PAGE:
and then have access to the colours referenced within. I would propose that the resulting css file output by the build would then go in something like

_site/assets/page_assets/path/to/page.html/blog.css 

and can then be included in the page or layout using a link tag and that path.

So far I have the following code

Jekyll::Hooks.register :pages, :pre_render do |page|

  assets = post.data['page_assets'].split ';'
  asset_dir = post.site.source + '/_page_assets'

  assets.each { |asset|

    asset_path = page.site.source + '/' + asset
    if File.exist? asset then
		
      doc = Jekyll::Document.new asset_path, { :site => page.site, :collection => ???? }
      ren = Jekyll::Renderer.new page.site, document
		
      output = ren.run
		
	else
		Jekyll.logger.warn "The page-specific asset #{asset_path} for page #{page.path} could not be found - skipping"
	end
  }

end

however the run doesn’t seem to work and I’m not sure I’m going about this the right way, but I don’t know where else to start. Ideally I’d just like to trigger a new subbuild in the _page_assets directory with the same configuration, except a separate output directory, and I push the page variables into scope for the build within the directory.

If anyone could provide any pointers I’d be very grateful.

Thanks very much


#2

@stellarpower Why don’t you simply compile your palettes as multiple stylesheets instead?
For example, If your palettes are red, blue, green, then have Jekyll compile into the following:

  • assets/css/red.css,
  • assets/css/blue.css
  • assets/css/green.css.

The source files for them would be:

// assets/css/red.scss

@import "base"; // common styles for all skins.
@import "palettes/red";
// assets/css/blue.scss

@import "base"; // common styles for all skins.
@import "palettes/blue";
// assets/css/green.scss

@import "base"; // common styles for all skins.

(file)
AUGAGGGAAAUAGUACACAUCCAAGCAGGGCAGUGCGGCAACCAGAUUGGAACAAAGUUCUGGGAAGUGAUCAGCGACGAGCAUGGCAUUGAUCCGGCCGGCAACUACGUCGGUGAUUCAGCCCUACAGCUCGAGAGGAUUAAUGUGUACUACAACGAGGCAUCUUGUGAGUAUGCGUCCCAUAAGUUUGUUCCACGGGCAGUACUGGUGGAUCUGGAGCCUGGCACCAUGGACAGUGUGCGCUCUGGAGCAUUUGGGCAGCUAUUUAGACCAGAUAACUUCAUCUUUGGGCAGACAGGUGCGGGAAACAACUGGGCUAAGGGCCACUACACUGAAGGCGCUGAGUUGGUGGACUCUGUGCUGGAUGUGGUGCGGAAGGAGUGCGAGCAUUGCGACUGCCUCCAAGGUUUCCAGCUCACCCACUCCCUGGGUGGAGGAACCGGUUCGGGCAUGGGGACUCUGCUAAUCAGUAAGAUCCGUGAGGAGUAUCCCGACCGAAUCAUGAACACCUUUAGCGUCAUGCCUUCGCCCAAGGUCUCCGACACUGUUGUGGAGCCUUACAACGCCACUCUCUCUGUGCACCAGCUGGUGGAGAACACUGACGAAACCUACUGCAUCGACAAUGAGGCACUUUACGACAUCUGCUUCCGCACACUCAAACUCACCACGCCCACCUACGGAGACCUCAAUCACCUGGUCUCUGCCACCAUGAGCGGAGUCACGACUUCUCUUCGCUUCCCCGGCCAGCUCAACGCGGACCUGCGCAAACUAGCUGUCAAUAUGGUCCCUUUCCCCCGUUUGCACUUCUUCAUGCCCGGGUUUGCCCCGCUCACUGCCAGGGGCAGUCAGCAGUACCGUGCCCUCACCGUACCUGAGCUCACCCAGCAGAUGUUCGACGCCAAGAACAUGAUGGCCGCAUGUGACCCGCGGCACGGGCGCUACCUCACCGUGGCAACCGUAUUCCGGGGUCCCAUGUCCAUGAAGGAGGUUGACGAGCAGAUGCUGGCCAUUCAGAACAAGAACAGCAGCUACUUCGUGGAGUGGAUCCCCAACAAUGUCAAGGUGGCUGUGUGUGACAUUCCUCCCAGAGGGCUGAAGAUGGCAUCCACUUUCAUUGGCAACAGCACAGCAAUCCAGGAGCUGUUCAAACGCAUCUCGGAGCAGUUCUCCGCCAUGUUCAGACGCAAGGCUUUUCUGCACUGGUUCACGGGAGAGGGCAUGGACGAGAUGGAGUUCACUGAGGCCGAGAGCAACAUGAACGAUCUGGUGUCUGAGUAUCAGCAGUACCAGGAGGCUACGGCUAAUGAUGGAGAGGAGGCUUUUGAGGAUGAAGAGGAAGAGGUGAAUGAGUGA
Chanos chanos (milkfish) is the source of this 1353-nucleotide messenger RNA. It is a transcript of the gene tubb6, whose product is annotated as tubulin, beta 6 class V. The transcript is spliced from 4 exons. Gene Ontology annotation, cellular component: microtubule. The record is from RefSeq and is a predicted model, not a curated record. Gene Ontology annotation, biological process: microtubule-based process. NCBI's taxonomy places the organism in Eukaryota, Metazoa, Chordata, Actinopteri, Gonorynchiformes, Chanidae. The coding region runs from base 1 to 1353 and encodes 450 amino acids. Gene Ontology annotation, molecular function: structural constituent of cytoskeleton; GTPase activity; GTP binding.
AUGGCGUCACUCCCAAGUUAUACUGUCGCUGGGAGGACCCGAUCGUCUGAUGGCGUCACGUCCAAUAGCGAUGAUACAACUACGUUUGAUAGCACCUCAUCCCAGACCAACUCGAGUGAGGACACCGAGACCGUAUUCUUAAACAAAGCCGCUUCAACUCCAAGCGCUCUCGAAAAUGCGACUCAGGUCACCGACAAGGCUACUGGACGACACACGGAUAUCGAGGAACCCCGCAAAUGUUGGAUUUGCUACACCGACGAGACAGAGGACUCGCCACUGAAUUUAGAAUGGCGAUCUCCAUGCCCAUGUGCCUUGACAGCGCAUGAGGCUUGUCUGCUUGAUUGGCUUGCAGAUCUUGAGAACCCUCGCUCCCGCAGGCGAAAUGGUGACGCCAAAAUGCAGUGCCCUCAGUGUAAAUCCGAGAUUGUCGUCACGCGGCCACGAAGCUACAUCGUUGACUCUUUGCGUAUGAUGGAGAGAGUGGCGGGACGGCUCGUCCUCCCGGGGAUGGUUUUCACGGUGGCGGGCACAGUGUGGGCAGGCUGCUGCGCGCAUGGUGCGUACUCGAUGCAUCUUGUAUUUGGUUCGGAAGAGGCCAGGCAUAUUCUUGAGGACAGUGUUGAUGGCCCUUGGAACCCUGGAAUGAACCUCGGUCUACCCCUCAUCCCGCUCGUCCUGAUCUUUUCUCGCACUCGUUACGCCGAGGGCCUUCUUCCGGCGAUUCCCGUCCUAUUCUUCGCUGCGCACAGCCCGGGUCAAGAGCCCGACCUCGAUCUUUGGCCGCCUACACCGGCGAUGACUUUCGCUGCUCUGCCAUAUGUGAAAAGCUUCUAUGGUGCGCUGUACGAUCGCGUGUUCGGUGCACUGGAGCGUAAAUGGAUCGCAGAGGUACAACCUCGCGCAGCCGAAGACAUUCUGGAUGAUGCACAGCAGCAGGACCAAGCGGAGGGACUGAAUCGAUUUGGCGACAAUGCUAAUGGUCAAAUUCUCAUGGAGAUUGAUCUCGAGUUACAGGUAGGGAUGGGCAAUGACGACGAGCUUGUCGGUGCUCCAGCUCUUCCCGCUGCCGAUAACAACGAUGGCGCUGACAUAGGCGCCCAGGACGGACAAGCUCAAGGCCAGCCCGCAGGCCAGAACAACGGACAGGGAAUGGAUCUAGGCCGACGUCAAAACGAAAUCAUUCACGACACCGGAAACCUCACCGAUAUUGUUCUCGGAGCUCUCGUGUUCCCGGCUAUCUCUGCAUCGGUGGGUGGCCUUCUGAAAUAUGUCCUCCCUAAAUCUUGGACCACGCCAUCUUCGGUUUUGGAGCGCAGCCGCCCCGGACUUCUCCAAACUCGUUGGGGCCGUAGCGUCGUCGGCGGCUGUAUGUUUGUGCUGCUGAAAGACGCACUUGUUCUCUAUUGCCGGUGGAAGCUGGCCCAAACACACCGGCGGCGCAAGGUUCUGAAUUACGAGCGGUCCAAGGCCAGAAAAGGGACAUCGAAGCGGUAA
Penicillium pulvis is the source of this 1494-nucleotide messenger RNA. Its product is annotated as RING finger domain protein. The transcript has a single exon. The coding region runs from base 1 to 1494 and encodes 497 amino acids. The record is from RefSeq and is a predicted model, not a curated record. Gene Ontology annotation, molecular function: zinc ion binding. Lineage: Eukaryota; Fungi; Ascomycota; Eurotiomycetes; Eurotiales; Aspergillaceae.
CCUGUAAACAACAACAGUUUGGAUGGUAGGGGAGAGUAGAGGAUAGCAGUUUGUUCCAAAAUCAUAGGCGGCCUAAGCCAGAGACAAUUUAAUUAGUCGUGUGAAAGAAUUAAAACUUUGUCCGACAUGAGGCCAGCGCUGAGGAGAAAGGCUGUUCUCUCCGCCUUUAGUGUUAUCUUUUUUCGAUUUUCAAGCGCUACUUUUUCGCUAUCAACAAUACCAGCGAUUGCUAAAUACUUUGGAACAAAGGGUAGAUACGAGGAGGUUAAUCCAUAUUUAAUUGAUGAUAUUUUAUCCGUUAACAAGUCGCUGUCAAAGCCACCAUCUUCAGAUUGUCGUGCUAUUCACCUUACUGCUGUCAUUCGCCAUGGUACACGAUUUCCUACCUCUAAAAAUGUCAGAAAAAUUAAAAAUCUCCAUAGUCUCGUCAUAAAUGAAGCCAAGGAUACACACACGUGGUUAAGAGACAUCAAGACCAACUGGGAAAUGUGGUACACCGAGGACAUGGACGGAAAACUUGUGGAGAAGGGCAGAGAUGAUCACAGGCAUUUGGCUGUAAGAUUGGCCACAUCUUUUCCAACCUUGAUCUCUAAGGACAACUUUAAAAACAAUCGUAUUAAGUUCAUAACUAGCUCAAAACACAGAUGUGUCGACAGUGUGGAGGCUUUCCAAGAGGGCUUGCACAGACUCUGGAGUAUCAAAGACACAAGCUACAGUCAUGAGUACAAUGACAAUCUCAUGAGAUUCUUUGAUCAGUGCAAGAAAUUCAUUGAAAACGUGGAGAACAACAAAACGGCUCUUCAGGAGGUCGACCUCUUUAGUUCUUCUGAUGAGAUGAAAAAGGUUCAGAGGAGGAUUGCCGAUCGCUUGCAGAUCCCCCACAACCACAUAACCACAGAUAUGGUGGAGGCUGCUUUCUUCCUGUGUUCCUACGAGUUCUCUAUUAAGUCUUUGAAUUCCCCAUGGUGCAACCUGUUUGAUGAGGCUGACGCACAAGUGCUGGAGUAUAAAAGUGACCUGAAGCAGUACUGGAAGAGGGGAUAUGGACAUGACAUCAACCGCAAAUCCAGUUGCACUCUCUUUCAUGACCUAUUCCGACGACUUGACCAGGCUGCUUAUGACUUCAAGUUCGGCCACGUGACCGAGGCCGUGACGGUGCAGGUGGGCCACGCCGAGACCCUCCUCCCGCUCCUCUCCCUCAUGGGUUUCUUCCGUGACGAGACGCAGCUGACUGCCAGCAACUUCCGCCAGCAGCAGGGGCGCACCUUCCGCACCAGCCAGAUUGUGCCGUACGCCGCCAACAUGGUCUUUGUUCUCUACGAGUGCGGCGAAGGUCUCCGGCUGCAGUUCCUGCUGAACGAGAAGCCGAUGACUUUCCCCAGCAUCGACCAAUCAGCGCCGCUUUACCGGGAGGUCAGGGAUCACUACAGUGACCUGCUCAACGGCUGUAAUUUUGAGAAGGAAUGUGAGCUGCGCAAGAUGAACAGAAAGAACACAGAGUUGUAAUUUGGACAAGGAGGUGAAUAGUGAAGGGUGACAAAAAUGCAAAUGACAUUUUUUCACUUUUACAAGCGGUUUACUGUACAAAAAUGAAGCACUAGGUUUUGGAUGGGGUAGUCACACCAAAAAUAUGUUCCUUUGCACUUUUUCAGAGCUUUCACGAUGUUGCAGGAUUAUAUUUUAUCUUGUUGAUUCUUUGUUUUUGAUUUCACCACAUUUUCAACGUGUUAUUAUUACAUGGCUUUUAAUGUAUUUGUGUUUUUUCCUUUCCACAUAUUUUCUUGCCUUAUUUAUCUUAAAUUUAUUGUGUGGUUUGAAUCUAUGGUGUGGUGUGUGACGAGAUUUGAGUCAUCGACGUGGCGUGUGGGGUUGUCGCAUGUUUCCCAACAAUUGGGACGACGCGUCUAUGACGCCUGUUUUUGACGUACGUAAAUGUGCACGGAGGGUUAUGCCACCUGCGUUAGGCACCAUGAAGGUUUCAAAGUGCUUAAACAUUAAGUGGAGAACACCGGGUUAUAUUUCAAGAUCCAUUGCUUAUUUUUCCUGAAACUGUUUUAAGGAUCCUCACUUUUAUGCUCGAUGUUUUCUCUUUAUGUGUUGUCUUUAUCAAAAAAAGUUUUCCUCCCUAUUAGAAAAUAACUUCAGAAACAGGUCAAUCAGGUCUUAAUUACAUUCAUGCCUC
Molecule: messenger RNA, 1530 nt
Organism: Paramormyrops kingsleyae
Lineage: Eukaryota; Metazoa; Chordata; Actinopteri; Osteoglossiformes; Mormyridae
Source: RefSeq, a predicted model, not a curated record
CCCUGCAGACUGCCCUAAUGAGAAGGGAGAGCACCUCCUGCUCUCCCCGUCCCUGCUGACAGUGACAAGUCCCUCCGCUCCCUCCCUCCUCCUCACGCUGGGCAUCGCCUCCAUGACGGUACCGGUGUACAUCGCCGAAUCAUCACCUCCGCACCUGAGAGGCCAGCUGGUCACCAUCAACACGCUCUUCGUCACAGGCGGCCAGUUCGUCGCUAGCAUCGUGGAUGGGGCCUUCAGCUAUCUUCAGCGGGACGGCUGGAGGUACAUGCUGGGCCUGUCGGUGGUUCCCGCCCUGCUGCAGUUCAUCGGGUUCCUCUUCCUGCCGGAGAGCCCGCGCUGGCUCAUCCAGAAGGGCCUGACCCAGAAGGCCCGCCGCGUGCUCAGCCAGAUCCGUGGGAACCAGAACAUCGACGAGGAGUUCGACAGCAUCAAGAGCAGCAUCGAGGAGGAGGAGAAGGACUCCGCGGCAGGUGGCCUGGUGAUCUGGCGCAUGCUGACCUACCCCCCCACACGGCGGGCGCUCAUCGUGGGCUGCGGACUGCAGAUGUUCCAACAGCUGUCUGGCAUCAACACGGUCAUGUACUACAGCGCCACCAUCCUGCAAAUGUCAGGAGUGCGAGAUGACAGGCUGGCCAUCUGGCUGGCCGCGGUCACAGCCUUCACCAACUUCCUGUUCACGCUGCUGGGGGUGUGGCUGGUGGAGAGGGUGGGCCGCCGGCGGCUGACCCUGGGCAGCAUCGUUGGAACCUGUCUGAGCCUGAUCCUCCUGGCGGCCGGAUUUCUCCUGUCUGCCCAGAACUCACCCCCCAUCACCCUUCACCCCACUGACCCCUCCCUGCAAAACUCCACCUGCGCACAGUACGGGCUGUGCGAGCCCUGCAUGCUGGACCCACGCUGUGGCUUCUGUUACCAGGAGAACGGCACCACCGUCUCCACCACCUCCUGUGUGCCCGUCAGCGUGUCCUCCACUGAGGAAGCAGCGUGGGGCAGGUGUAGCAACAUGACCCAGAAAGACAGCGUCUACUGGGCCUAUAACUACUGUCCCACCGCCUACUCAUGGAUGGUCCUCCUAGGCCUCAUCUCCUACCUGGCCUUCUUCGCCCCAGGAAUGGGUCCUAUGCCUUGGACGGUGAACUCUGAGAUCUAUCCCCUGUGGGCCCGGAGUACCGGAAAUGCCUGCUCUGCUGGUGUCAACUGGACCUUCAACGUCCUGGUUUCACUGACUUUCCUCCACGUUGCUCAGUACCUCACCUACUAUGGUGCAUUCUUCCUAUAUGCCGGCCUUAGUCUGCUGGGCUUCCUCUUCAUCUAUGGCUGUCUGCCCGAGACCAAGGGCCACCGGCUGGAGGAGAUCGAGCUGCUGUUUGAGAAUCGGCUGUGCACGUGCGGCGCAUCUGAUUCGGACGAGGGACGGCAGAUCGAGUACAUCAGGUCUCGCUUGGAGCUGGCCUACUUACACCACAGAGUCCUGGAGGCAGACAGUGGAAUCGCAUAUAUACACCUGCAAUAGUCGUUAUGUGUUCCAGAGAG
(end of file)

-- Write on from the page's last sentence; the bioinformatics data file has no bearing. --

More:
@import "palettes/green";

and then your _sass directory will consist of the partials:

_sass/
  _base.scss
  palettes/
    _blue.scss
    _green.scss
    _red.scss

Once you have the multiple stylesheets, you just reference them in your templates:

<head>
  <meta charset="UTF-8"/>
  <title>{{ page.title }}</title>
  <link rel="stylesheet" href="{{ page.palette | append: '.css' | prepend: 'assets/css/' | relative_url }}" />
</head>

#3

Hi @ashmaroli,

That is an option, but it’s simply because there are multipls page styles, so for example the blog style, the about style, and the calendar style all depend on the palette style too, so this requires combining every palette with every page style to get all possibilities. For example blogPostHighlighted may depend on roundedBoxHighlighted which then needs the palette in order to determine the highlight colour. Currently I have a bash script that achieves thisv by combining every palette with every style using @includes but I think it would be useful to have assets that can be compiled with access to information about the page too in a general sense tp save duplication.

Thanks


#4

Seems like a waste of energy. Just make one large CSS file. It gets cached by the browser anyway. Then use page specific classes to load the right style.